Perspective is Reality in Video

Perspective is Reality in Video


Beauty is in the eye of the beholder.

At least that seems to be the case when you start talking about the best ways for measuring the effectiveness of online video in the enterprise.

After all, there’s more than one-way to gauge the impact that video has on business operations. In some cases, executives look at the extra revenue that can be generated from using video. Others look at ways to use it in cutting expenses or improving productivity. Still others see the greatest value of video in the ways that it enhances organizational communications.

For video professionals in the corporate sector, though, the important thing to remember is that the effectiveness metrics that matter can vary significantly from person to person. And one of the biggest variables impacting perceptions of effectiveness rests in the extent to which an organization uses online video technologies.

Simply put, online video newbies look at the technology differently than those that have had significant exposure to these capabilities. Indeed, one might say that those without video experience are more financially practical than their video-savvy peers.

According to results from a recent survey of 1,007 executives conducted by Wainhouse Research, executives with little exposure to online video worry about the bottom line of deploying the solutions that enable streaming. For instance, individuals working at companies that do not use online video are most likely to describe the issue of “generates revenue” as a “very important” factor to be considered when measuring the effectiveness of web communications technologies. For this group, “improves productivity” was cited second most frequently as a “very important” factor in measuring effectiveness.

Contrast those results with those from executives working at companies that deploy 100 or more live online video events annually. At these companies, financial considerations ranked in the middle of the pack—at best—in terms of prioritized metrics of effectiveness.

Instead, for executives at these companies that use online video extensively, the primary measures for grading online video gravitate to the intangible side of the effectiveness ledger. The factors most frequently cited as “very important” measures of effectiveness by executives at companies deploying 100 or more live video events per year were “improves corporate brand image,” “places our company on “cutting edge” of technology,” and “improves comprehension or retention of complex presentation content.”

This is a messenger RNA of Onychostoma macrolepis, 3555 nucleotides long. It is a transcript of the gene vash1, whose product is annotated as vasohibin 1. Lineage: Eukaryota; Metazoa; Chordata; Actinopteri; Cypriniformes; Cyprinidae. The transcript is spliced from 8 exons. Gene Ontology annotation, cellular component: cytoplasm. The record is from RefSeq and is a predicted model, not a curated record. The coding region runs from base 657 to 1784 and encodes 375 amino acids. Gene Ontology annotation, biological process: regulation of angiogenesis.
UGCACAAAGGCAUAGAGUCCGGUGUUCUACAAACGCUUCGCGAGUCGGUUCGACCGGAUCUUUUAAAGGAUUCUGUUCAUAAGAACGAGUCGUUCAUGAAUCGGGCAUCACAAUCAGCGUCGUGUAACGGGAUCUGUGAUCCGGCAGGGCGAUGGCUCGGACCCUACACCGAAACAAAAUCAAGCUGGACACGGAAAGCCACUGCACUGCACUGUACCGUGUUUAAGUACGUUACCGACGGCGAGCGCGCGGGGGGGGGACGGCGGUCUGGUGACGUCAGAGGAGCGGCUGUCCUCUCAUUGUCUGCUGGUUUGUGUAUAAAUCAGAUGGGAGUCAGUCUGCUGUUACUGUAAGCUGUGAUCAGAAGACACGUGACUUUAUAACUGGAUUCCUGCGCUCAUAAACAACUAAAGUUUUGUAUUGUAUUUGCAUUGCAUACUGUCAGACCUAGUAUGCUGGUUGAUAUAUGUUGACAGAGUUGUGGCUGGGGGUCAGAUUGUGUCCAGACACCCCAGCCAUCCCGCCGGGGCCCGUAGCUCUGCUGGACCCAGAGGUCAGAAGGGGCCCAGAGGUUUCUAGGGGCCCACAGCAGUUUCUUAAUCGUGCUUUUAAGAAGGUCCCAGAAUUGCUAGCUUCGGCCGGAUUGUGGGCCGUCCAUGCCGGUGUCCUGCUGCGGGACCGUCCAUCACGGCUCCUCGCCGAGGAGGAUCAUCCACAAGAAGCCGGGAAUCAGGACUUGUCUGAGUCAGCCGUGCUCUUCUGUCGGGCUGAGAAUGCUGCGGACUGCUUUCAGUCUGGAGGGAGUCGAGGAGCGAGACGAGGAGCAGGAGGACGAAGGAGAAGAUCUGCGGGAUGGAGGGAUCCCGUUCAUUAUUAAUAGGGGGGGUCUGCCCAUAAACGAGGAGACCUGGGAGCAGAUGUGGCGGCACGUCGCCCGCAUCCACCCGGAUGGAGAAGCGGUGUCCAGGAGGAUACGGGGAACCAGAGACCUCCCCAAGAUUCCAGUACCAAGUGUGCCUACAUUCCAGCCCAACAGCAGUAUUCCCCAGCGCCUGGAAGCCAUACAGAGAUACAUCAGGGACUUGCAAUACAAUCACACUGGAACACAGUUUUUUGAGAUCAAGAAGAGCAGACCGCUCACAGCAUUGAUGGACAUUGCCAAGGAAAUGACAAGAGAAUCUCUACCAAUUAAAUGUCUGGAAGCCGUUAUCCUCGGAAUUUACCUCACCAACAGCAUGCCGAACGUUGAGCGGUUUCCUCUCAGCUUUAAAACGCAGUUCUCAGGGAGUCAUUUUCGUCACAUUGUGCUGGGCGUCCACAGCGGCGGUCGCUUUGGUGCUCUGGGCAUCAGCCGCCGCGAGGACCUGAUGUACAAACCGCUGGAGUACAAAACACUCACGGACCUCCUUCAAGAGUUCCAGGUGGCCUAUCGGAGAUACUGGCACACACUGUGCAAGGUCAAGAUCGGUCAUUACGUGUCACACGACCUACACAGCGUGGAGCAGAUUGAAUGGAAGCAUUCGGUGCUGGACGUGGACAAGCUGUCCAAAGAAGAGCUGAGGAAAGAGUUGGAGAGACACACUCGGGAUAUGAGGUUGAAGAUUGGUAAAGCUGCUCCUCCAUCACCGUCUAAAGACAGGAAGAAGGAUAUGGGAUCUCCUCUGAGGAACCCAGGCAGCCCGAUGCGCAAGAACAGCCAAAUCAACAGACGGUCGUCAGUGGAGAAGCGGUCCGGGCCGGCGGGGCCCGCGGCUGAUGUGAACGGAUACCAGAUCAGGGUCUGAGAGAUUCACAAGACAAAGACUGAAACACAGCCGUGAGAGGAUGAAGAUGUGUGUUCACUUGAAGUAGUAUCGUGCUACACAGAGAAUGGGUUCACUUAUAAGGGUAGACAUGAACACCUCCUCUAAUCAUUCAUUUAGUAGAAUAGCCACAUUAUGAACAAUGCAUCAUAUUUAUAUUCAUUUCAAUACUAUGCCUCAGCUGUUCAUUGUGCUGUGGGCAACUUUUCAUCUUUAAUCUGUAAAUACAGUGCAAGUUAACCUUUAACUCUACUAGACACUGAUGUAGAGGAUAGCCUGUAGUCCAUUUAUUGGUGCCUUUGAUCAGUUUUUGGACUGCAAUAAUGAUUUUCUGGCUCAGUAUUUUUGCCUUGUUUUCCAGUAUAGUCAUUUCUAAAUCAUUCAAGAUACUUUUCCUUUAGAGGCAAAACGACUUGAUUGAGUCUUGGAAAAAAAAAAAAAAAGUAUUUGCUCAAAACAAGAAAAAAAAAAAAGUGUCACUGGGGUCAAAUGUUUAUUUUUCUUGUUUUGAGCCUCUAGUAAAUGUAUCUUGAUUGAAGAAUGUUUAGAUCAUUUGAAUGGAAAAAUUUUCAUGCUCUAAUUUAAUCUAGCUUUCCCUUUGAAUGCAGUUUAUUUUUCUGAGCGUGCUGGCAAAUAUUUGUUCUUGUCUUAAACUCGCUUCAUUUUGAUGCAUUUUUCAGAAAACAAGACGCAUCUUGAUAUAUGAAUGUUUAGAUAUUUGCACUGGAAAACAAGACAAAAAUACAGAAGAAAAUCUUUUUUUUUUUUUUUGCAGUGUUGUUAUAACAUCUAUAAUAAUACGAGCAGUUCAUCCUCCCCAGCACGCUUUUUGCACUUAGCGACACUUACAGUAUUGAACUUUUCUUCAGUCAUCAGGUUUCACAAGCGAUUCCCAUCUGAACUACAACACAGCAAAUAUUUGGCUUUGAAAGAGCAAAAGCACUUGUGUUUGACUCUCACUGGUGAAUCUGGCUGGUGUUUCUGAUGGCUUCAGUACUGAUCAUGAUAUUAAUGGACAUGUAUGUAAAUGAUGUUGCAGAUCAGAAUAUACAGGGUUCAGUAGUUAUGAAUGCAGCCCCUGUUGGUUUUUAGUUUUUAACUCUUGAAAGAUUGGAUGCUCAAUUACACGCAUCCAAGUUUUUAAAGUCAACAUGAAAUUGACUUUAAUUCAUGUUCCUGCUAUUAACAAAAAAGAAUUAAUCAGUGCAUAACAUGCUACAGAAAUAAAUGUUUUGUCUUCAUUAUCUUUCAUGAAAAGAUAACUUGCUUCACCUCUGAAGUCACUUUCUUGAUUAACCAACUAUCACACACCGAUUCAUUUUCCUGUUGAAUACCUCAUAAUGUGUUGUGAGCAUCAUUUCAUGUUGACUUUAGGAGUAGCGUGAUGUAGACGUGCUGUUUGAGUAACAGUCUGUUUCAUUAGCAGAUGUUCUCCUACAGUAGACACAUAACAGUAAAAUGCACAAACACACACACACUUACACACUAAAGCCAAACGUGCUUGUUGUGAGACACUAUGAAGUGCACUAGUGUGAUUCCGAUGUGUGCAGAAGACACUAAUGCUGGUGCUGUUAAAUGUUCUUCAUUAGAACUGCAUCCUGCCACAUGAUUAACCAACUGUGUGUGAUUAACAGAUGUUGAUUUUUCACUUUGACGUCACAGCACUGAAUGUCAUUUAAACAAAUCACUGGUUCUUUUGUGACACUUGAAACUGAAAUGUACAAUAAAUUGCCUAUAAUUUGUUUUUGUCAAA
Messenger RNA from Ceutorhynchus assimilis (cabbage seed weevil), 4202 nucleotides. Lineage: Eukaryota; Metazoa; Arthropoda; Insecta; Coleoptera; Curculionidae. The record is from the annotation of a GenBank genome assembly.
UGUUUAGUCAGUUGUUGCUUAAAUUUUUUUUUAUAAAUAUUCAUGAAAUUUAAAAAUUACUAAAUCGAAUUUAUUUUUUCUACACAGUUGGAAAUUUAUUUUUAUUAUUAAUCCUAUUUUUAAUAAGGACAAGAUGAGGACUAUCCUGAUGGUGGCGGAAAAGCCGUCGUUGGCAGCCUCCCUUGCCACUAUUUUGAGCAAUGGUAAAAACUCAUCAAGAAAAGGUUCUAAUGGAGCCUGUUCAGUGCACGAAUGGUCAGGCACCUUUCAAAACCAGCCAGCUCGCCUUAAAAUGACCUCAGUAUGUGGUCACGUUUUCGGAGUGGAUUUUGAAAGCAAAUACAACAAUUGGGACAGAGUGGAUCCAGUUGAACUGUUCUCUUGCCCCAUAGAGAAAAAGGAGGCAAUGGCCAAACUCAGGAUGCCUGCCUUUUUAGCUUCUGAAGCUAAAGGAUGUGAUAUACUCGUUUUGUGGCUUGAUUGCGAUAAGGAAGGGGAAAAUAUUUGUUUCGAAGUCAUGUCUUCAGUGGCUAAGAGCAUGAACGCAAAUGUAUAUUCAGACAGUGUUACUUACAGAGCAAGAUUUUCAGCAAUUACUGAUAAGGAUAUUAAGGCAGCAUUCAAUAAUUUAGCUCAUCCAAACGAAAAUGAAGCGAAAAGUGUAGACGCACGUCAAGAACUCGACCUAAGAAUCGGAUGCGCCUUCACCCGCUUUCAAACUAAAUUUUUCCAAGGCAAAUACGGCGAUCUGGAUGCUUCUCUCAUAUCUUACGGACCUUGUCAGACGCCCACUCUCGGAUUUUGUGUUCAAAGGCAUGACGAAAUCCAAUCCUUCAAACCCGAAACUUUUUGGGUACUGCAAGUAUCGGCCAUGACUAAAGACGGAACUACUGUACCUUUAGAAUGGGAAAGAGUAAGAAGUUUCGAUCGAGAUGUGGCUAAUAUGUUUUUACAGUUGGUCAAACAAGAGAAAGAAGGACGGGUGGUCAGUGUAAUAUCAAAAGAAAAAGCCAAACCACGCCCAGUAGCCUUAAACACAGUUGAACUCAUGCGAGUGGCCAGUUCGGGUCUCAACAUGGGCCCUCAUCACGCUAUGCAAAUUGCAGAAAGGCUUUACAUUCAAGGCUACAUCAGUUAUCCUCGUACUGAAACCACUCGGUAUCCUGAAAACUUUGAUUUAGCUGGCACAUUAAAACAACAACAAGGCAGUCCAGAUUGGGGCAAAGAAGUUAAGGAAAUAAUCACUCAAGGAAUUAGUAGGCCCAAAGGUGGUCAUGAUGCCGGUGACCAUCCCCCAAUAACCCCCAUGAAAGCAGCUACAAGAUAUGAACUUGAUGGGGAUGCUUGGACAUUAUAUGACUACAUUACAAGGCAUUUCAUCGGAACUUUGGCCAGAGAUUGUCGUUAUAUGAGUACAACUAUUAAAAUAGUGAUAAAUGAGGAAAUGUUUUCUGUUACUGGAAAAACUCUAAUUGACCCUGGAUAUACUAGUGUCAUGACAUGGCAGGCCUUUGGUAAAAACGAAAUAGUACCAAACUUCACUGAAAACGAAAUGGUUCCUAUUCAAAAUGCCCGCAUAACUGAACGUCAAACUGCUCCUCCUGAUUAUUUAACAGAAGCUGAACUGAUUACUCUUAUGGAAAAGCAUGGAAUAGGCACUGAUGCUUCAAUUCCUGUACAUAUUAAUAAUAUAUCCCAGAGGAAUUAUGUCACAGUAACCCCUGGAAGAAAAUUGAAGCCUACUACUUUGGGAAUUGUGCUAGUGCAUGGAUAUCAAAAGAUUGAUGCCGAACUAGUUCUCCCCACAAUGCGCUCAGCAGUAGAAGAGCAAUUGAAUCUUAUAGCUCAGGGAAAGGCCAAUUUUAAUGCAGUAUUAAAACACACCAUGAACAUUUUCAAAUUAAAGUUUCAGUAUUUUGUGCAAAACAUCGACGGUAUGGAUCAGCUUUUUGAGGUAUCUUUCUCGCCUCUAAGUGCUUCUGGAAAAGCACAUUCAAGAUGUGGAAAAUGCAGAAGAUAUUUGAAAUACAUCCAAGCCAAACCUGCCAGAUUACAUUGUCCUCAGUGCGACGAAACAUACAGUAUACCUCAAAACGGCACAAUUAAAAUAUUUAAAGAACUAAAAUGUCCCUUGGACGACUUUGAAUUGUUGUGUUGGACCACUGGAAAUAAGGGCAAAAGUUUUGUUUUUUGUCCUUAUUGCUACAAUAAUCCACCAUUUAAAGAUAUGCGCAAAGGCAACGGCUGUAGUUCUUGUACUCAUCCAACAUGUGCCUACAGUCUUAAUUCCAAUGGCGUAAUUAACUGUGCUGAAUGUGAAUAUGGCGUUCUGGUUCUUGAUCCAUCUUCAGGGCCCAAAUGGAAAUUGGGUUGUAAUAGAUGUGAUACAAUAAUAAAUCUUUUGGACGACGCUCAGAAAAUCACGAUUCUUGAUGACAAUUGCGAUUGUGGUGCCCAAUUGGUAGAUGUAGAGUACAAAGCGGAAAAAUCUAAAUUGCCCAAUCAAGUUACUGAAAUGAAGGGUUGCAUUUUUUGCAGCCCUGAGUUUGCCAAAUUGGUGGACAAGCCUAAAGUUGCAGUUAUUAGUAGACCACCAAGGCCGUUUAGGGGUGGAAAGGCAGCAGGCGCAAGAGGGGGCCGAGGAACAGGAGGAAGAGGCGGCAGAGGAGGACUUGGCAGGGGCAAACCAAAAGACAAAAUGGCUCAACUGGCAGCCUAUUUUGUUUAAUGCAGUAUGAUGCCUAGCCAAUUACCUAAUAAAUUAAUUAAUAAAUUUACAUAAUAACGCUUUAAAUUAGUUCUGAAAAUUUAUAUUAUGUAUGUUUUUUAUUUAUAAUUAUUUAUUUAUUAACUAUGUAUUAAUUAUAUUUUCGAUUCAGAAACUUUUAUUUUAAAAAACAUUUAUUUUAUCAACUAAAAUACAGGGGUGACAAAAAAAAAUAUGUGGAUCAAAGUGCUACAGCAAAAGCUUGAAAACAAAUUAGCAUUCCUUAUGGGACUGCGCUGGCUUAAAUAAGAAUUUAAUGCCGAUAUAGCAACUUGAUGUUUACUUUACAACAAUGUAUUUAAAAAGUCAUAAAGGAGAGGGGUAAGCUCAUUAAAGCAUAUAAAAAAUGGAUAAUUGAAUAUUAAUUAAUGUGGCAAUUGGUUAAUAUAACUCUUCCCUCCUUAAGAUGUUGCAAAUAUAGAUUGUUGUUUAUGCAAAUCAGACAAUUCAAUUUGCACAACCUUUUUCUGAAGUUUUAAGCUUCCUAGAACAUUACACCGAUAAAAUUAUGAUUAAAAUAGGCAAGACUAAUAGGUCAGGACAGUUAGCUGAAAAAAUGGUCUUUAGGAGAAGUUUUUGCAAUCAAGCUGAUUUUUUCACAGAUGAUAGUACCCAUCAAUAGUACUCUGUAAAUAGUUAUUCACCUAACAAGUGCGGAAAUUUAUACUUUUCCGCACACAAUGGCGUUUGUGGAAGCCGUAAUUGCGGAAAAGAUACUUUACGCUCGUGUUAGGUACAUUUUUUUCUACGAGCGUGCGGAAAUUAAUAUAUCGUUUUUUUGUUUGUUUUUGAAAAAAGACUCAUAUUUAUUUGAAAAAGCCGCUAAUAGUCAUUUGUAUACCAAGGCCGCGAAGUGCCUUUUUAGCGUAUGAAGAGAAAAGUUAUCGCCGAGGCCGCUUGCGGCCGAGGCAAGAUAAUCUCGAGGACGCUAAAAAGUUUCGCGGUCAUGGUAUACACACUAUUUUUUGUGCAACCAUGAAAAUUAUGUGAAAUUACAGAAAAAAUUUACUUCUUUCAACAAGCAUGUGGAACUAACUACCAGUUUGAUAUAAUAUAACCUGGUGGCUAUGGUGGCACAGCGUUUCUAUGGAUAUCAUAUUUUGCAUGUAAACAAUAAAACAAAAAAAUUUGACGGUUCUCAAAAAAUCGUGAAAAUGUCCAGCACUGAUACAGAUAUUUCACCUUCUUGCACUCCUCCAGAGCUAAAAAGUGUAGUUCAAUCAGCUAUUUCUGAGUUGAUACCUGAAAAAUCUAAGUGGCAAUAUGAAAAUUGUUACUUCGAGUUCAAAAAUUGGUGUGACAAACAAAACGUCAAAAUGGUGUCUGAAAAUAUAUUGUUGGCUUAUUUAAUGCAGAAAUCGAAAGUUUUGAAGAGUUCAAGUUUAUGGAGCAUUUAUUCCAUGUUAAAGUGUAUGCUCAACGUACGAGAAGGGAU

Let me translate these results: Once executives start using video more frequently, they stop counting the nickels and dimes that are so important during the initial deployment stage. Rather, they begin to look at video for the intangible benefits that come with communicating more effectively.

This is a crucial shift in perceptions that also changes how your executive team perceives the video professionals on your team. Capturing a video no longer is the province of a “camera jock.” Rather, executives are more likely to view you as a communications professional who can play a key role in helping them to tell their story to the intended audience. Video is no longer “media.” It evolves into a medium of corporate communications. It’s a slight change in wording that makes a big, big difference.

The bottom line for corporate videographers is that —when you are justifying the costs of your online video investments—you need to make sure that you know your audience. Executives not familiar with using video in business communications will respond to a basic, spreadsheet-driven analysis of the costs of benefits of video implementation.

In contrast, those with video familiarity are more likely to respond to more grandiose statements emphasizing how video helps a company communicate—and conduct business—more effectively.

The good news for video evangelists in the enterprise is that the technology is not exactly a tough sell—no matter what benefits are being emphasized. Overall, 78% of Wainhouse Research survey respondents describe online video as either a “very effective” or “somewhat effective” venue for conveying a business message.

It is said that one can’t be too young, too rich, or too beautiful. If you know your audience, you can cast online video in its best light possible. No matter who’s doing the judging, that helps you boost the odds of making online video look beautiful to whatever executives might wind up doing the “beholding” of your video budget.

Steve Vonder Haar is a senior analyst with Wainhouse Research & can be reached at